Russia to supply Syria with P-800 missiles

Arms Deal
Photo: AFP
Russian Defense Minister Anatoly Serdyukov Photo: AFP

Russia to supply Syria with P-800 missiles

Moscow’s Defense Minister Anatoly Serdyukov says arms sale of Yakhont cruise missiles to Damascus to go on as planed; adds Washington, Jerusalem’s concerns over deal ‘unjustified’


Published: 09.17.10, 10:14 / Israel News

Russian Defense Minister Anatoly Serdyukov confirmed in Washington that Russia would supply Syria with P-800 Yakhont cruise missiles, Russian news agencies reported Friday.

“We will supply Yakhont to Syria, we will fulfill the contract,” Serdyukov was quoted as saying by ITAR-TASS news agency Friday.

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A contract to that effect, he added, was signed in 2007.

Serdyukov was speaking in during a Pentagon visit aimed at expanding military ties as part of the countries’ much-vaunted “reset” in relations.

Russia’s arms sales and possible nuclear cooperation with Syria, which has close ties to Iran, is unnerving for the United States and Israel, which fears them being transferred to the Lebanese militant group Hezbollah.

Serdyukov described such fears as unjustified: “The US and Israel ask us not to supply Syria with Yakhont. But we do not see the concerns expressed by them that these arms will fall into the hands of terrorists,” he said.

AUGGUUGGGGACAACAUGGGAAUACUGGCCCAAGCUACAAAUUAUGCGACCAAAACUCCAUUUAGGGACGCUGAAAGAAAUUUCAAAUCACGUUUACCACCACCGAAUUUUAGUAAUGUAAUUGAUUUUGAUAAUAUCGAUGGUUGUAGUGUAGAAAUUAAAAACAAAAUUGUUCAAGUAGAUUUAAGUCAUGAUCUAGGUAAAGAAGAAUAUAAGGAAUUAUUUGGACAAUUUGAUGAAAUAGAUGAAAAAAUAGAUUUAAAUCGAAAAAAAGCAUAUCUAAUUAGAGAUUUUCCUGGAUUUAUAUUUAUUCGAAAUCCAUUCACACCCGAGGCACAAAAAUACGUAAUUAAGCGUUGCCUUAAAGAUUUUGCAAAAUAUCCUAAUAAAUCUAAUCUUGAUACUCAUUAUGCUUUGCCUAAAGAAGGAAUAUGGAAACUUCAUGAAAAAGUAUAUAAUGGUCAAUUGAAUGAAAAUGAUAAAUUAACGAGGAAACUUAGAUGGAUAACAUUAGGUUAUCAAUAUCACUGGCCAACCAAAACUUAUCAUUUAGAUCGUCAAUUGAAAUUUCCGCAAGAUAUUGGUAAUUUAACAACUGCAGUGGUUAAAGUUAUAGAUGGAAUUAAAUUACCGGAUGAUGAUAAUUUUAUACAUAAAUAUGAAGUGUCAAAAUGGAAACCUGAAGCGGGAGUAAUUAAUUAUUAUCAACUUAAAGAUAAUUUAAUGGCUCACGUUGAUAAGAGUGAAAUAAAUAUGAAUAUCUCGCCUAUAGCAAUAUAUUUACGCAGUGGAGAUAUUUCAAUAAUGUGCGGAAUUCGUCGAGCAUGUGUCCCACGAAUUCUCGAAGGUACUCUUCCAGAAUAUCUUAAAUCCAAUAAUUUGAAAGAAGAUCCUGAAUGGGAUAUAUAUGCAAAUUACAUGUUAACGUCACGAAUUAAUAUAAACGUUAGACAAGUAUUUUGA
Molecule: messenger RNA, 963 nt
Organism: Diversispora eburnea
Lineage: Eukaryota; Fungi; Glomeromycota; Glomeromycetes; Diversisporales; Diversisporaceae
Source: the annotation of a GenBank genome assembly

The Russian defense minister also called for an end to a deadlock over a key Cold War arms treaty limiting conventional military forces of Europe. Russia abandoned it in 2007 over US plans to install a missile shield in Eastern Europe.

The Conventional Forces in Europe treaty (CFE) limits the deployment of troops and military hardware across Europe.

“Even our American partners understand that it cannot work any more in the form in which it is now,” Serdyukov said, adding that the treaty “needs to be more up-to-date and match the realities of today.”

NATO countries have said they will only ratify an adapted CFE treaty once Moscow lives up to a pledge made in 1999 to pull its troops out of former Soviet republics Georgia and Moldova.

“We stand by our position on the treaty and have firmly stated that we will not lift our moratorium until our conditions are accepted and we are offered options that suit us,” Serdyukov said.

The issue is expected to be discussed when Russia attends talks during a NATO summit in Lisbon in November.


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